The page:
SCULLY: What are you watching?
MULDER: Something that just came in the mail.
SCULLY: That's not your usual brand of entertainment.
SCULLY: What is it?
MULDER: According to the magazine ad I answered, it's an alien autopsy. Guaranteed authentic.
SCULLY: You spent money for this?
SCULLY: You can't even see what they're operating on!
MULDER: But it, it does look authentic.
MULDER: I mean, the setting and the procedures. I mean, it does look as if an actual autopsy is being performed, doesn't it?
SCULLY: Well, technically, I don't know why they would be wearing gas masks.
MULDER: Well, maybe it's this green substance they seem to be extracting from the subject.
MULDER: Can you identify that?
SCULLY: Olive oil? Snake oil? I suppose you think it's alien blood.
MULDER: It's widely held that aliens don't have blood, Scully.
SCULLY: I guess that begs the question, if this is an alien autopsy...
MULDER: Where's the alien.
MULDER: But what, what's so intriguing to me is the striking lack of detail here.
SCULLY: Well, What do you want for twenty-nine ninety-five?
MULDER: No, that, that autopsy you saw on TV was so fake precisely because it tried to show too much.
SCULLY: And this is real because it doesn't?
SKINNER: Agent Mulder, Scully.
SCULLY: This is a surprise, sir.
MULDER: You don't, uh, speak Japanese by any chance, do you?
SKINNER: Yeah, I'm afraid you're gonna have to release him.
MULDER: What are you talking about?
SKINNER: According to the Japanese Diplomatic Corps, the man you arrested is a high-ranking diplomat.
MULDER: This man, sitting in here?
SKINNER: That's Kazuo Sakurai.
MULDER: Oh, I didn't get his name. I was too busy getting my ass kicked.
SCULLY: I don't know, Mulder, it just doesn't track. What would a Japanese diplomat be doing in that house with a dead man with his head stuffed in a pillowcase?
MULDER: Obviously not strengthening the international relations.
SCULLY: Well, what do you want to do now, drop it?
MULDER: No, I paid my twenty-nine ninety-five, Scully. I think I'm entitled to a few more answers, don't you think?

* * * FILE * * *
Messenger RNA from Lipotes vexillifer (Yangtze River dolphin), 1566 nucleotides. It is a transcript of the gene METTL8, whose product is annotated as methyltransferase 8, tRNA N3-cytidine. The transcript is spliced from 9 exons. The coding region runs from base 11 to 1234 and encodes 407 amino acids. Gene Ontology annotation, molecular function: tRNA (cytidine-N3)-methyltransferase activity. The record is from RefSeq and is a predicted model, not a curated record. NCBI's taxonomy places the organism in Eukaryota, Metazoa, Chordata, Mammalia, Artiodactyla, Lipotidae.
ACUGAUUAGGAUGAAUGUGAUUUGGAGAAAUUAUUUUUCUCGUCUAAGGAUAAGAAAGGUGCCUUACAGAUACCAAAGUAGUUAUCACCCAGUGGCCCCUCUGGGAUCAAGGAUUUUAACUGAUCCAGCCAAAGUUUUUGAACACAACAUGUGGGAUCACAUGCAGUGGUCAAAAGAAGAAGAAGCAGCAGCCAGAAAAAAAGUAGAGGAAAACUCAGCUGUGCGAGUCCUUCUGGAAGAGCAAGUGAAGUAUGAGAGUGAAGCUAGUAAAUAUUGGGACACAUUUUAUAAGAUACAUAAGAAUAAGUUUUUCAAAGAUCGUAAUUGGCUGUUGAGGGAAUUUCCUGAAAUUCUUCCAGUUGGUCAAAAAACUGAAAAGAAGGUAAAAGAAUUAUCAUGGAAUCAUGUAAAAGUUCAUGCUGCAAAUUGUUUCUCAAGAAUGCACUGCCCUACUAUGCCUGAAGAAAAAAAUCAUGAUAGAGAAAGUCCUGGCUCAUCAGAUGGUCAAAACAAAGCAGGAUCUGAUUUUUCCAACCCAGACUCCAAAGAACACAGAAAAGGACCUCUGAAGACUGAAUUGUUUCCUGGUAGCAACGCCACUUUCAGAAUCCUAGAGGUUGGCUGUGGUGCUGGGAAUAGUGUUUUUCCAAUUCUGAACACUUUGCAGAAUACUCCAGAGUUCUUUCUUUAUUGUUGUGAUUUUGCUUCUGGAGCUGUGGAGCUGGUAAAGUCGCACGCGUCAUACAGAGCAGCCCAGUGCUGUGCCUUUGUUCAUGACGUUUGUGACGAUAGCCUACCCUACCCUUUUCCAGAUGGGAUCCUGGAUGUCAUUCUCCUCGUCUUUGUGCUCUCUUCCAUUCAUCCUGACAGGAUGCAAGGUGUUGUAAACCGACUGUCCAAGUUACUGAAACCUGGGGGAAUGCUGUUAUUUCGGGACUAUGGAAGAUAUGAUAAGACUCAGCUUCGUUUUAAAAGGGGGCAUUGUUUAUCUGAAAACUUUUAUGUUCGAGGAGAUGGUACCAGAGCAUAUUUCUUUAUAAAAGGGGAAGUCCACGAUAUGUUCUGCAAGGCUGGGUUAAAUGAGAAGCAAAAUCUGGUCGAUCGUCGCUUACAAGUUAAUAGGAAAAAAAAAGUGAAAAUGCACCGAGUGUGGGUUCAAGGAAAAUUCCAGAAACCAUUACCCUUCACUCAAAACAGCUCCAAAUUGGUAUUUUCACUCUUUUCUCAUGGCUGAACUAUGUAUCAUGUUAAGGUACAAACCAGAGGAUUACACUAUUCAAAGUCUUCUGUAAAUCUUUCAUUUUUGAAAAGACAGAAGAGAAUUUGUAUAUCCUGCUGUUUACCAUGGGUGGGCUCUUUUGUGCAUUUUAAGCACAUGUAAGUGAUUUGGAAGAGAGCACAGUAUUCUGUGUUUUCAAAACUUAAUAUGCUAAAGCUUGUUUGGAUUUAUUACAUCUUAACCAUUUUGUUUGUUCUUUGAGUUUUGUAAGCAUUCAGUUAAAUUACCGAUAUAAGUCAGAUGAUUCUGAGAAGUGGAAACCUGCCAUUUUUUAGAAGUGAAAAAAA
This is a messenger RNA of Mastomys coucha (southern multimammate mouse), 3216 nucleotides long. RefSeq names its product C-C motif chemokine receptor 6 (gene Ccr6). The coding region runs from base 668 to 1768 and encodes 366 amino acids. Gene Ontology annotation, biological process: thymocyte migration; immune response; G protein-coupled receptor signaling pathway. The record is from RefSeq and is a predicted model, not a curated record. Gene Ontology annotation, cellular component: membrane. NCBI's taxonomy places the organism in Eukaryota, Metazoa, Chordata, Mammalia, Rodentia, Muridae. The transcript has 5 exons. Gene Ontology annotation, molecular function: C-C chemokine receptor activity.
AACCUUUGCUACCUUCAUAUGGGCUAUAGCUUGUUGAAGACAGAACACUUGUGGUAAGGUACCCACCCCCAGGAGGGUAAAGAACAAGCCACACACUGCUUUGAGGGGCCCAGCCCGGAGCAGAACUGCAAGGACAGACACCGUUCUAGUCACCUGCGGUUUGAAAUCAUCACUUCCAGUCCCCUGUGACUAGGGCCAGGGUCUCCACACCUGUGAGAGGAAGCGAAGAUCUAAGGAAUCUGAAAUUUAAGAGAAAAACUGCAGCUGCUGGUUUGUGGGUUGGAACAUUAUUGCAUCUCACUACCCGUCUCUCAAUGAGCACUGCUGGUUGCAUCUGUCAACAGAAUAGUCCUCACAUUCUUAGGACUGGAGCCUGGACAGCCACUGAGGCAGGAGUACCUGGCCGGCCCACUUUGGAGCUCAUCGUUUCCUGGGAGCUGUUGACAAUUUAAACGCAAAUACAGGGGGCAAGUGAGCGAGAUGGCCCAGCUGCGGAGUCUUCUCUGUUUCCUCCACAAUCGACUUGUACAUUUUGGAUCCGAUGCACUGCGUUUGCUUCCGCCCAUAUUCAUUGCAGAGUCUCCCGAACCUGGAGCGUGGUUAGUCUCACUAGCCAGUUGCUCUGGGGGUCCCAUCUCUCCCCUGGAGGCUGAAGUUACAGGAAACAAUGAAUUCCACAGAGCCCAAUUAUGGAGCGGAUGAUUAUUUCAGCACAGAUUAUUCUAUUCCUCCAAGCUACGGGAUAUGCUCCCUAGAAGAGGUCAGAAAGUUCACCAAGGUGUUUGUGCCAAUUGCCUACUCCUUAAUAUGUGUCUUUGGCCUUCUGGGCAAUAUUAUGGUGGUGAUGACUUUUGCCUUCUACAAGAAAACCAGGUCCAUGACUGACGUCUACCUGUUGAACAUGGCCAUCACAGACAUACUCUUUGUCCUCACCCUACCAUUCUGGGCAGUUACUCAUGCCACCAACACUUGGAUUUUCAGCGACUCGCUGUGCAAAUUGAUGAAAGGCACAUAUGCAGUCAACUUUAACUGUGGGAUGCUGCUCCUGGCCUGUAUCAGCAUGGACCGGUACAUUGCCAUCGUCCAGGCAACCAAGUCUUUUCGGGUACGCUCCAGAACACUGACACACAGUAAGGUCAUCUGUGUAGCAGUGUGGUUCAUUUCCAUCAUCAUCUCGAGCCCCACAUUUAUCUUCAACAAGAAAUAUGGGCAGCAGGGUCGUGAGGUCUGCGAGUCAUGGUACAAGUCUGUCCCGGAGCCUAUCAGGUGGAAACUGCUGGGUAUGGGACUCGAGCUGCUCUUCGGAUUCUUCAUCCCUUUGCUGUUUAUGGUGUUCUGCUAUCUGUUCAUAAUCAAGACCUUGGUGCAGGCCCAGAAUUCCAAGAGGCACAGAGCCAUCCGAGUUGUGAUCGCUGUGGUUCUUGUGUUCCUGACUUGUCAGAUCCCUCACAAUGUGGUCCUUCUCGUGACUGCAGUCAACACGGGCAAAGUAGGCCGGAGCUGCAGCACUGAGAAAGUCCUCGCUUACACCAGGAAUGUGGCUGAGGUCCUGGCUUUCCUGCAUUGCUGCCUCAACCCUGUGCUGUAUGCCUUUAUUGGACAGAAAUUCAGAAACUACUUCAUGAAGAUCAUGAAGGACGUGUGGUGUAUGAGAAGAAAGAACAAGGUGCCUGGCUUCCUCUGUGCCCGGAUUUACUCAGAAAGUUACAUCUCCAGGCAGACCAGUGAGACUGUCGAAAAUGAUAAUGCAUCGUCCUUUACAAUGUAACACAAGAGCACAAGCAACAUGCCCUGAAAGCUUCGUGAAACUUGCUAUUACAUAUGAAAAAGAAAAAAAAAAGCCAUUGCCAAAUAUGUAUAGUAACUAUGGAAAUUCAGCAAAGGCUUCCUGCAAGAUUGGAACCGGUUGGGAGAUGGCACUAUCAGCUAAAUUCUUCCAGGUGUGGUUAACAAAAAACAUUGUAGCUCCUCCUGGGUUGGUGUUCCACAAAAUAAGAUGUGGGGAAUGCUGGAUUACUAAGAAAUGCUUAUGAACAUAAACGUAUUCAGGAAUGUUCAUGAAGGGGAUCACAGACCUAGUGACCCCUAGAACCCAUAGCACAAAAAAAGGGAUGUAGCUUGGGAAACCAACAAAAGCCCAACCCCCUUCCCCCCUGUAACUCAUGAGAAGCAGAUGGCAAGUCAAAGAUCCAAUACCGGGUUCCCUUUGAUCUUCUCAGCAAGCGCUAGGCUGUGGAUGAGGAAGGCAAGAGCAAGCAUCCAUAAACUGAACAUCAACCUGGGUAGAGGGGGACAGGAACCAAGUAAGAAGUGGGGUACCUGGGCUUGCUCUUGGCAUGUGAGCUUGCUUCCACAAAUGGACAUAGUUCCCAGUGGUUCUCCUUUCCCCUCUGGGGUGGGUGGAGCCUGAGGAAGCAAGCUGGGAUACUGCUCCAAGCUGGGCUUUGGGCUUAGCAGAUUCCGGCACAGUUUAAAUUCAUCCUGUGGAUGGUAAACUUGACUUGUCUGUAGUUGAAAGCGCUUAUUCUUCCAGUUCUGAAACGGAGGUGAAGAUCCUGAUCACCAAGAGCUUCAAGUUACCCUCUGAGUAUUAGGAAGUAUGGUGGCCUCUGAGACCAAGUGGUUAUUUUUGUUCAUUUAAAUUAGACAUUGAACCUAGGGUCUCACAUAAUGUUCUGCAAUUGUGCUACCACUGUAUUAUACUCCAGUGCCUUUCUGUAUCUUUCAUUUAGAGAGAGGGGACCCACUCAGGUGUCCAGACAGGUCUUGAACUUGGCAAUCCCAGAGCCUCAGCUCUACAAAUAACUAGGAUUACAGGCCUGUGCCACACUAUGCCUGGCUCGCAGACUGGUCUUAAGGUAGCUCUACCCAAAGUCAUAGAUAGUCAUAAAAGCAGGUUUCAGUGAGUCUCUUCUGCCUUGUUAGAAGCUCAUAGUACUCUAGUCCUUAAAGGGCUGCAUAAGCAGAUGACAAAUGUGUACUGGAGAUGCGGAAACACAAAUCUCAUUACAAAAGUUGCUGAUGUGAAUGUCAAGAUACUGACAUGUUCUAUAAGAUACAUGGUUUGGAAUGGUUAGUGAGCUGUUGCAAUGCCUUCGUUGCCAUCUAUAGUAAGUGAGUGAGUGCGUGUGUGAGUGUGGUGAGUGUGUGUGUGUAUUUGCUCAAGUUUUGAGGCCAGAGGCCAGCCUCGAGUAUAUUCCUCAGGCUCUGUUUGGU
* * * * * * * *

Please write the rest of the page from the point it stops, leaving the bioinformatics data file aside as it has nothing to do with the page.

LOTTIE HOLLOWAY: Do you know about regression hypnosis?
SCULLY: I'm sorry. I don't think I'm ready to discuss this.
DIANE: You're afraid to remember, aren't you?
RICHARD MATHESON: I'm on the intelligence committee. Secrets are the only real currency we deal in.
MULDER: Then you already know what I'm up against.
RICHARD MATHESON: A good chess player knows which pieces to sacrifice... and when.
RICHARD MATHESON: Entangled in this past the point of being about to fully understand or expose it.
MULDER: What am I onto here?
RICHARD MATHESON: Monsters begetting monsters.
MULDER: His name is Doctor Takeo Ishimaru, he's been dead since 1965. He was the commander of an elite section of the Japanese medical corps known as "seven thirty-one," a unit now known to have experimented on human subjects. They performed vivisections without anesthesia... Tested frostbite tolerance levels on infants... Exposed innocent prisoners of war to diseases, the plague. Like their Nazi counterparts, they were never brought to justice.
MULDER: The work the Nazis were doing, trying to create an alien-human hybrid.
SCULLY: Mulder, that is still a fantasy.
MULDER: Scully, after all you've seen... after all you've told me you've seen. The tunnel with medical files, the, the beings moving past you, the... the implant in your neck, why do you refuse to believe?
SCULLY: Believing's the easy part, Mulder. I just need more than you, I need proof.
MULDER: You think that believing is easy?